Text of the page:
There are a number of information pages that we were working on this year but only now with the relative calm of the winter season have we had the time to wrap them up. So for your fireside reading pleasure, we offer you
- Grin's Ebike Connector Guide: A summary of the various standard connector types encountered in ebike conversions and our take on them from the DIY user perspective. For those dizzied by the wide assortment of connectors out there hopefully this page can help you make sense of some of it.
- Our take on the Merits of Hub Motors: In our travels this summer to meet with other ebike businesses, one recurring theme was that most of them felt hub motors have been subject to a lot of misleading marketing in recent years by mid-drive companies. We've played with many mid-drives as well since our founding days, and while they have a few advantages in some situations our feeling has always been that hub motors are a better overall solution for the needs of 80-90% of ebike users. Even with the popular proliferation of BBSXX type drives, that viewpoint hasn't changed at all. To see why, read here.
- How many watts is that motor?: This is a question that makes Justin's blood boil a little. If there is one thing that is most often misunderstood about ebike technology it's the topic of motor power ratings. Did you know that the european Bosch ebikes will draw 700-800 watts of power form the battery even though they are, you know, supposedly 250 watt systems? It's true. We've always avoided giving specific power ratings on our motors because the number you choose is rather arbitrary, and this more technical article explains why.
- From the past: We also found the draft documents from an old article we wrote in 2010 on the role of the DIY ebike scene at that point, and we thought would be nice to dust off and make available online again.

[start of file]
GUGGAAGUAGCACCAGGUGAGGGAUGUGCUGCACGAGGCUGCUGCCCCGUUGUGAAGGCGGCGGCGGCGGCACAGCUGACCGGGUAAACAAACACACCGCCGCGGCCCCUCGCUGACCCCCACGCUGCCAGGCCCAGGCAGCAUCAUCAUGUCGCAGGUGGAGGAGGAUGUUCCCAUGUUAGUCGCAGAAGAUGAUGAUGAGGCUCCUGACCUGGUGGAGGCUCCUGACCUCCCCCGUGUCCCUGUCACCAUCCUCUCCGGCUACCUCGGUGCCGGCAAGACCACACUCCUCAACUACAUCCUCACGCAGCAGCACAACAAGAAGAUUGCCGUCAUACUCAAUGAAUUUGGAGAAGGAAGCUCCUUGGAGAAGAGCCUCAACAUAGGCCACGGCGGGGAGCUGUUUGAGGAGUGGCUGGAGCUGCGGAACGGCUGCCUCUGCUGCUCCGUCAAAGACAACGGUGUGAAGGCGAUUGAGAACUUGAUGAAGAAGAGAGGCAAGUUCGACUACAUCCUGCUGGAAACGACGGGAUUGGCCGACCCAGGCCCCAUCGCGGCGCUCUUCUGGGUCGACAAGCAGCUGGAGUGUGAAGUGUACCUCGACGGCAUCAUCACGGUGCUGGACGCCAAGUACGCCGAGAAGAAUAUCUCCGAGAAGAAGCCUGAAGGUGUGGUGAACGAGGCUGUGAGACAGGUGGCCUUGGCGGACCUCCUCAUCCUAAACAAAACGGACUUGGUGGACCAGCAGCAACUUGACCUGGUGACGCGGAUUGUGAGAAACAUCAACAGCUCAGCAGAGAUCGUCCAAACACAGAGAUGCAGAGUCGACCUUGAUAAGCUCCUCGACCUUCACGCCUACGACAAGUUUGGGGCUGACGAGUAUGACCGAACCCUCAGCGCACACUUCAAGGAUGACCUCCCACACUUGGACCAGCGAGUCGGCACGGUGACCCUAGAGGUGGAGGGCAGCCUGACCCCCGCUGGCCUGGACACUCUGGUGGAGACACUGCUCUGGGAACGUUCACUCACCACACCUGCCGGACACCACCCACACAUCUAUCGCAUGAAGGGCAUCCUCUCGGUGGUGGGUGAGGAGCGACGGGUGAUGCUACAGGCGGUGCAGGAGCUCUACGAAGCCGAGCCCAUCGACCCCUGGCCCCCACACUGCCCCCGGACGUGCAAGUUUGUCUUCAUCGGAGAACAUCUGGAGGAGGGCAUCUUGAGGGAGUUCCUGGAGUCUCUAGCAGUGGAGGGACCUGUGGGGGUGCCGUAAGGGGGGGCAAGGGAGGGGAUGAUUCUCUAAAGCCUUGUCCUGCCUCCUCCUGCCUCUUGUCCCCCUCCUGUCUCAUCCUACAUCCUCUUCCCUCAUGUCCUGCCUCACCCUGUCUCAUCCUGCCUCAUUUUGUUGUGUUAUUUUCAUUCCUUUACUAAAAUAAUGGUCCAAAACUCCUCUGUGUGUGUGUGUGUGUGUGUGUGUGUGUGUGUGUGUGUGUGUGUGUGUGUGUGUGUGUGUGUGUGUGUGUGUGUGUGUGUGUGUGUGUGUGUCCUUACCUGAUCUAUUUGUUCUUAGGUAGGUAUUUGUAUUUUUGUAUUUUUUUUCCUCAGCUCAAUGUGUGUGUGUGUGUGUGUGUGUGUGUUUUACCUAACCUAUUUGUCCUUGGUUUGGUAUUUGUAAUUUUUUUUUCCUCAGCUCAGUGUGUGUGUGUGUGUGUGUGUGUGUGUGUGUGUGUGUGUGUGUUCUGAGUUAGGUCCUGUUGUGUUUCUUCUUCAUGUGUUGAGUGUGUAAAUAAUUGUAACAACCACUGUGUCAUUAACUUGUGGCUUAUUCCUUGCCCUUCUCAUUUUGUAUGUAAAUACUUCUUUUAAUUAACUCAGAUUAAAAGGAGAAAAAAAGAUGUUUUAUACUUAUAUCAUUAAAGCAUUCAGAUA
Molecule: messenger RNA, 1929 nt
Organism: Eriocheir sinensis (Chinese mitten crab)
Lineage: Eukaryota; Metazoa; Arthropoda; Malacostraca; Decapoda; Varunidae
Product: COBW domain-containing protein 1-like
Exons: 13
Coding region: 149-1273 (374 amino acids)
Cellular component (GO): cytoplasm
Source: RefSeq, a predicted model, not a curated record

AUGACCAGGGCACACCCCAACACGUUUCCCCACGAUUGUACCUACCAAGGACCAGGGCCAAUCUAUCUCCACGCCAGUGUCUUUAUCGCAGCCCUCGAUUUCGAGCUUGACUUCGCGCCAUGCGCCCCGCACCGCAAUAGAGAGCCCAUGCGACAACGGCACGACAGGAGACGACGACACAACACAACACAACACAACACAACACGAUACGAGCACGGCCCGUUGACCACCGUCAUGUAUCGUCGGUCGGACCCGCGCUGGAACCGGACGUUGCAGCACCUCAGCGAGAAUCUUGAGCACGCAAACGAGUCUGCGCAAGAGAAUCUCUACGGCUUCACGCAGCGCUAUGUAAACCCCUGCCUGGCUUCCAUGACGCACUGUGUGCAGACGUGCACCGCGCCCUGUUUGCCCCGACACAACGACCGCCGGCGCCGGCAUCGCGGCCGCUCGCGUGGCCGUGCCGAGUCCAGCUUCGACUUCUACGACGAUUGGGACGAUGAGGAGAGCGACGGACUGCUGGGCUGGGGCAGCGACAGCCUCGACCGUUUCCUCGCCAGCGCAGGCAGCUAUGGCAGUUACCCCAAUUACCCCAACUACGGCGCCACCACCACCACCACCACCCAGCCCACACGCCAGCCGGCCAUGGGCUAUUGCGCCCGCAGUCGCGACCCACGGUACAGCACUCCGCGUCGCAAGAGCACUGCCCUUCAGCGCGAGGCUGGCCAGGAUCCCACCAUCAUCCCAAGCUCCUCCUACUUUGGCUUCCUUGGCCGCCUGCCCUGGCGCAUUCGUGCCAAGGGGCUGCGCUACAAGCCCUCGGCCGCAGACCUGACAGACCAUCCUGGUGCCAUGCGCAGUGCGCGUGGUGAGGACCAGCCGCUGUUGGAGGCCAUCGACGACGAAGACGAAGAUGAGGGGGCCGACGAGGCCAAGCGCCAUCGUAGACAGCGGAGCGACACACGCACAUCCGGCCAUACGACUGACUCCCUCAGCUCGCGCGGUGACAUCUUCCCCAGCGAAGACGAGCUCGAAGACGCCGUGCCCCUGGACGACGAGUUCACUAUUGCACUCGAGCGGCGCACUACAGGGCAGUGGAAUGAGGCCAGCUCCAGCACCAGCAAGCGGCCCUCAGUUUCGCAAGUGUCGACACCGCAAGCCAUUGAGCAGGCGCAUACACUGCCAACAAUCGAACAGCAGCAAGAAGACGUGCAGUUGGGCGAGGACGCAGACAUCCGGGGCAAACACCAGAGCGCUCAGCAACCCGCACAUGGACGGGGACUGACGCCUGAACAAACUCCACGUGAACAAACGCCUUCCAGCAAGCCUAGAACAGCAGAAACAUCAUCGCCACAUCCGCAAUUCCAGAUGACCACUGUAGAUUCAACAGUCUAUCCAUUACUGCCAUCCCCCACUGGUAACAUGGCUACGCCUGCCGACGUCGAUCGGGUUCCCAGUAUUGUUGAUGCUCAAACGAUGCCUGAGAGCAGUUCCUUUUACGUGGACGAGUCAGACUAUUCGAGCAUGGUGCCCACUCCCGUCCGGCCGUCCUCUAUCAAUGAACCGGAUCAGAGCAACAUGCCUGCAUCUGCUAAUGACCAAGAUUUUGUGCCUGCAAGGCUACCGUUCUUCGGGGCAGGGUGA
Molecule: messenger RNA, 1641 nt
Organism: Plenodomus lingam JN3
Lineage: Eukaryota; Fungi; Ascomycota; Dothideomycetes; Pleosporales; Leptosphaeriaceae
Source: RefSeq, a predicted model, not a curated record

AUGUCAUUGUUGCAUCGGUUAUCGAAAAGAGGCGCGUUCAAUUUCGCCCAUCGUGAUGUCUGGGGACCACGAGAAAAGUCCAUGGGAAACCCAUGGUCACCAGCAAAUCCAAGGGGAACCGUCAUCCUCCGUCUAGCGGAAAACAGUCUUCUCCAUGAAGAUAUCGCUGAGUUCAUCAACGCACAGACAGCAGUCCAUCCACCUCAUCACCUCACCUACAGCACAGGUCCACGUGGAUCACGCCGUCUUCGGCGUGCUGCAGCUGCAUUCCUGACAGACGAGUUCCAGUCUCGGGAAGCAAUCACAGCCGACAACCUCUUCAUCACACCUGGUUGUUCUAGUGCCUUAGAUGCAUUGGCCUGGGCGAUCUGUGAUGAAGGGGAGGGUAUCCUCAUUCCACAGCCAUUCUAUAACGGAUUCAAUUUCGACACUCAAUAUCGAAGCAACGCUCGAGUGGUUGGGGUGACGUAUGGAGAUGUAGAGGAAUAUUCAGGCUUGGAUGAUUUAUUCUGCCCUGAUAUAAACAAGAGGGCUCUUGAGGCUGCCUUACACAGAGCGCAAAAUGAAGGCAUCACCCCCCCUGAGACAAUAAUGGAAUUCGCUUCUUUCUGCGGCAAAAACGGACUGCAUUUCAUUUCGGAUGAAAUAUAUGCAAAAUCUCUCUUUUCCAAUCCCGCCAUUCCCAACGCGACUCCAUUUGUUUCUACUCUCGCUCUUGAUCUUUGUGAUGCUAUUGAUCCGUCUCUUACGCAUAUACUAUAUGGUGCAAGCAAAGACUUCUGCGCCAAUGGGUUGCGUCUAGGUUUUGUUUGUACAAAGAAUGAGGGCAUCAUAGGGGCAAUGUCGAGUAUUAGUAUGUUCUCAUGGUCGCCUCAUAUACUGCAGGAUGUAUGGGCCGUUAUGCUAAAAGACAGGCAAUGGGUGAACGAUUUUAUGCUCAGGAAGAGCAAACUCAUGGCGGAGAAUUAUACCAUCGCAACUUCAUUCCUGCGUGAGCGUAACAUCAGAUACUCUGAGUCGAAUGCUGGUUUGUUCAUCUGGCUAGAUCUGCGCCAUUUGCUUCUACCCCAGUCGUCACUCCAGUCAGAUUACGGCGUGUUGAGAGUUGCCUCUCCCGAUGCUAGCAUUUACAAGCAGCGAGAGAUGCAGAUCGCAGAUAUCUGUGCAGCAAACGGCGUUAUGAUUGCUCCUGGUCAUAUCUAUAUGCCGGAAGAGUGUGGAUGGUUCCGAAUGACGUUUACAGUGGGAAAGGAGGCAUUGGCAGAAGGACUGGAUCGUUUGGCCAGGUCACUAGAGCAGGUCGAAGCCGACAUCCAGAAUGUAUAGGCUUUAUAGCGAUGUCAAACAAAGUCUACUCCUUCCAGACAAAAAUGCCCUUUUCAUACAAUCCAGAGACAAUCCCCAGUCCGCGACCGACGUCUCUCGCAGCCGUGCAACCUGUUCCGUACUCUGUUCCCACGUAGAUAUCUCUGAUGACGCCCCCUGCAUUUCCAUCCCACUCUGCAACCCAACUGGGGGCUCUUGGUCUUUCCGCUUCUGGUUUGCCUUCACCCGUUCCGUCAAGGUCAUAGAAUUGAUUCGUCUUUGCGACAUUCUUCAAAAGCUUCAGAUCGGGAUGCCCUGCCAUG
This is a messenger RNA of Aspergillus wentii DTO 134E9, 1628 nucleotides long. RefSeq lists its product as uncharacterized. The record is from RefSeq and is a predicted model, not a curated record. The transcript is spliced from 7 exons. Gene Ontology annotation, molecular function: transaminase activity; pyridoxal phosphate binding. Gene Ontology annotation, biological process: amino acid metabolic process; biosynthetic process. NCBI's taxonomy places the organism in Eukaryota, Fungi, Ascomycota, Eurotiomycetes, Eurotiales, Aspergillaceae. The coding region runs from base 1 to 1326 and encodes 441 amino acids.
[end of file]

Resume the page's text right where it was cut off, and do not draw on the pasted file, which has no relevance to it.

We've got two new Grin items hot off our milling machine that should help overcome difficulties in electric conversions.
The Handle Bob
The first idea actually comes courtesy of our customer Bob. Bob you see has a Grin All-Axle bike conversion and ran into the familiar situation of having handlebars that didn't lend themselves to sliding on a throttle. This happens all the time with curved drop bars, oversized handlebar tubing and whatnot. His solution with a piece of 22mm OD tube cut and drilled to secure at right angles with a pair of cable ties was so elegant and simple that we had to make this into a product.
So in his honor we introduce the Handle Bob, allowing you to easily attach a small bobbin to handebars on which you can affix a thumb throttle, CA aux input, headlight button or other small device without needing to remove your grips or anything else. It's the simplest and lowest tech product that we've ever manufactured in our little machine shop, but one that just might have a big impact for many builds.
The Bottle Bob
The 2nd item helps when installing downtube and waterbottle batteries on bike frames that don't have properly located waterbottle braze-ons. We're calling these our Bottle Bobs, and they let you add a solid M5 threaded attachment point anywhere on your bike tubing with the security of a stainless steel hoseclamp.
In fact, these attachments are stronger and more secure than many of the riv-nut frame eyelets which can occasionally tear out of the frame tubing with heavy batteries, and allow you the security of having 3 or 4 attachment points to the battery base plate rather than just the 2 when you use the frame's bottle mounts.
And of course, you can also use them to attach more waterbottle cages to your bike!
At the VEVA electric vehicle show this summer we showed up with two electrified penny farthing bicycles, thinking that we could stage electric high-wheeler races around the mini test track. The racing didn't happen but the fun of riding these around Vancouver hasn't abated. There haven't been too many accidents and the reaction on the streets is pretty amazing if you like making people crack a smile. Aaron and some of the new staff at Grin made a nice video from an afternoon spin:
More specific details on how these were built are shown on the endless-sphere build thread: https://endless-sphere.com/forums/viewtopic.php?p=1309060#p1309060
Anyways it turns out that there are a couple dozen more replica high wheel bikes from this source in a storage locker looking for a home, and we wonder if there is a case to sell them electrified with small hubs in the rear wheel. The bikes are available in wheel sizes ranging from 36" to 54", and they have a custom machined freewheeling front hub so you can coast without pedaling. If owning a piece of 19th century bike technology merged with 21st century electronics like this tickles your fancy, then send us an email and we'll see if there's enough interest to convert a batch! Price would depend on the specific conversion options but can expected between $1500-$2000.